As developers embrace containers in large numbers, the way in which we run containers in production environments is getting more attention. An increasing number of technology experts argue for redefining the cloud management stack around containers as a first-class citizen, for what can be called a container-native cloud.
A container-native cloud platform offers containers as the primary workload encapsulation mechanism and uses containers to virtualize the infrastructure. Unlike container services provided by many vendors, which essentially offer predefined images and automation to stand up a container management system in user-owned VMs, a container-native platform is fully managed by the cloud provider. Users are not aware of the infrastructure technology underneath, they do not have access to it, and they don’t take any responsibility for managing it or the container platform itself. They can focus on defining and managing image and container content.
Container-native platform = serious benefits
First, a container-native platform allows a cloud provider to leverage container transparency to offer fully managed, always-on, tamper-proof, workload-aware services. Perhaps the most interesting category of such services is security and compliance. Deep container introspection and monitoring allows a cloud provider to discover incorrect, insecure, or non-compliant packages and configurations to provide alerts and remediation guidance to users. An example of such a service is Vulnerability Advisor for live containers. Maintaining application security and compliance is a challenge that interferes with agile software evolution, so services that automate detection of such problems have potential to profoundly transform the way application DevOps is done.
Second, a container-native platform takes full advantage of hardware capabilities available in a given system, with no significant effort and no overheads. Lower overheads imply lower resource costs for a user. Containers running without a hypervisor layer have been shown to offer nearly bare metal performance, and to allow for much higher workload density. Special hardware and accelerators can be easily leveraged since no emulation is needed to make them available to running containers. Users get better control and visibility into the infrastructure their workloads are running on.
Finally, a container-native platform is simpler both for a user and for the cloud provider. A user interfaces with the platform by container-centric APIs, just like in the development environment, and does not need to go through any additional platform set-up and management steps. She would also be charged only for the containers she is using and not for the hosts they are running on. A cloud provider, on the other hand, deals with a leaner stack: there is no virtual machine layer, so only the container platform needs to be taken care of.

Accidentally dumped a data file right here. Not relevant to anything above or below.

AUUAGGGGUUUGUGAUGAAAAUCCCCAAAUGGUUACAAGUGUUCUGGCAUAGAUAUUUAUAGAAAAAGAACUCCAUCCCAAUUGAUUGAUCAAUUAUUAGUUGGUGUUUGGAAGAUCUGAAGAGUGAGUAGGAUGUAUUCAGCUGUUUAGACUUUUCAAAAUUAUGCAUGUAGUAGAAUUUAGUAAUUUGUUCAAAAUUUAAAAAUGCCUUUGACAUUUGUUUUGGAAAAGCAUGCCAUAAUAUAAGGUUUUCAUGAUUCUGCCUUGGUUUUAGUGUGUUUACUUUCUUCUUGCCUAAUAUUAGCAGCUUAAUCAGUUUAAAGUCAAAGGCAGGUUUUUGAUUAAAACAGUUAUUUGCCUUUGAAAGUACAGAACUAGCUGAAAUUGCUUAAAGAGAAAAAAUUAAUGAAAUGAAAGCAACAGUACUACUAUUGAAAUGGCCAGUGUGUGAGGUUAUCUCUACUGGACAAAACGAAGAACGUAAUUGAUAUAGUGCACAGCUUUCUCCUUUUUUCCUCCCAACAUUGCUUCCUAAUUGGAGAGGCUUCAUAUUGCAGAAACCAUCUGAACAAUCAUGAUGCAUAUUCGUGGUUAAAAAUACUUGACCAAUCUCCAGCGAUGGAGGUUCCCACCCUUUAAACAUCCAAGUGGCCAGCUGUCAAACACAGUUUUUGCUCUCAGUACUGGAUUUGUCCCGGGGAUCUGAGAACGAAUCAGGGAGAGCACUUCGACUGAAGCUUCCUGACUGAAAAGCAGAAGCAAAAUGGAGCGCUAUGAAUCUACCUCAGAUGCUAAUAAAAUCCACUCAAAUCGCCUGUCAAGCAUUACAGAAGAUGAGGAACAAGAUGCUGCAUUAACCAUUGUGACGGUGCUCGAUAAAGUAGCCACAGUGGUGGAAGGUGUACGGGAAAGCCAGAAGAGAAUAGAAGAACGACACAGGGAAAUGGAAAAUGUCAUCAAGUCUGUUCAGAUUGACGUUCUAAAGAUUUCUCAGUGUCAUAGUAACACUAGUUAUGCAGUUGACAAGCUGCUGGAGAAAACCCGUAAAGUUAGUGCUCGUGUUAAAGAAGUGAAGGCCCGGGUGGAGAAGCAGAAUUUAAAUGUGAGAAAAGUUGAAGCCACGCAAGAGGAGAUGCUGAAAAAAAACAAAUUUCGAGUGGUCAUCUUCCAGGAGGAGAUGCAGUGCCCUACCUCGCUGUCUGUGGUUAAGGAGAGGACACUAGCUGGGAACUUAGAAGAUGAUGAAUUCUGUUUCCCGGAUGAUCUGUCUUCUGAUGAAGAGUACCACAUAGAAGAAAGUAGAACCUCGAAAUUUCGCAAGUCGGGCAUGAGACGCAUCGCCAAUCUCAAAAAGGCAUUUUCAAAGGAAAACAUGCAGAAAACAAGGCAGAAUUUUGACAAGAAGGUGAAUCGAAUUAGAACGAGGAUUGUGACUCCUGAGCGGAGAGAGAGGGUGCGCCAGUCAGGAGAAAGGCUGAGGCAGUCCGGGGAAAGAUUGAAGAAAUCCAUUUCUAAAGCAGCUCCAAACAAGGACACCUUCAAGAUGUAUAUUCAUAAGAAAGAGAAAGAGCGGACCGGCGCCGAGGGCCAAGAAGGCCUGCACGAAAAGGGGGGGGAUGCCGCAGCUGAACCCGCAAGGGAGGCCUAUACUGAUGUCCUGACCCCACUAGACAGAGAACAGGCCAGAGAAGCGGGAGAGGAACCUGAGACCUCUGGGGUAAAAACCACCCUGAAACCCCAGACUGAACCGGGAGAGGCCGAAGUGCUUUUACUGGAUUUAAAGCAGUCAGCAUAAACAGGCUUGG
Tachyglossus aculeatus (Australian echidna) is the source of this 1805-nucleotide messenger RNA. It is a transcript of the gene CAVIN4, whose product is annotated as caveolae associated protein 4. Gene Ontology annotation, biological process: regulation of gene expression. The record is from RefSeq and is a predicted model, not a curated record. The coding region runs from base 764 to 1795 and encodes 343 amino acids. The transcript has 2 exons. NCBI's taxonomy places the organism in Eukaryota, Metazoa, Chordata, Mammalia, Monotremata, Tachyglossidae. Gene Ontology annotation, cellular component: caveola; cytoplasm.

Towards a container-native platform: Meeting the challenges
A provider aspiring to this vision will likely find out that the only practical way to offer a container-native platform is to have multiple users share it. Multi-tenancy is required to keep the cost of operations reasonable. The biggest challenge is therefore exposing a container native orchestration API suitable for the multi-tenant nature of the cloud. Neither of the two current contenders — Kubernetes and Swarm — is engineered for the secure tenancy a provider requires. A provider currently either develops their own tenancy additions for the current APIs or dumps the tenant with a VM running Docker so they have to manage their own API (which eliminates the benefits of container-native approach).
The next challenge for a provider is deploying multiple tenants in a secure, isolated fashion — not because the base container technology is insecure, but because in a container-native setup, the configuration must be precisely managed to ensure security, as described in the whitepaper by Dimitrios Pendarakis et al. Container manageability must also be precisely restricted: containers can only be deployed with limited capabilities and access privileges. Some older, pre-container applications will not be able to cope with these restrictions. This precision is beyond most current providers’ orchestration systems and likely why they will advise you to deploy containers within VMs instead to ensure security and isolation. Yet, with the deployment that follows state-of-the-art tools and practices and employs dynamic introspection capabilities, containers can be more secure than VMs.
Also, in a fully managed platform, a cloud provider must exercise greater care when deciding which APIs to offer. She needs to consider the security aspects of any new API, as discussed above. She also needs to consider its operational cost. For this reason, users of a container-native platform should expect the set of APIs offered by it to be more restrictive than in a user-managed system. On the other hand, a cloud provider needs to augment the set of offered capabilities with manageability APIs, to compensate the user for the fact that they no longer get access to the host system, such that the user gets sufficient visibility and control to manage the life cycle of applications and diagnose problems.
Do benefits outweigh the challenges? We in IBM believe they do; this is why we built IBM Containers, one of the very few container-native cloud platforms in the industry. We believe that with this approach we can not only achieve workload portability and light-weight deployment, but also transform the way applications are operated when running on the cloud, thanks to dynamic introspection capabilities. As James Bottomley states it in his blog, this has a potential to transform the way security and compliance of workloads is performed in the cloud: to make it easier for a user and more robust.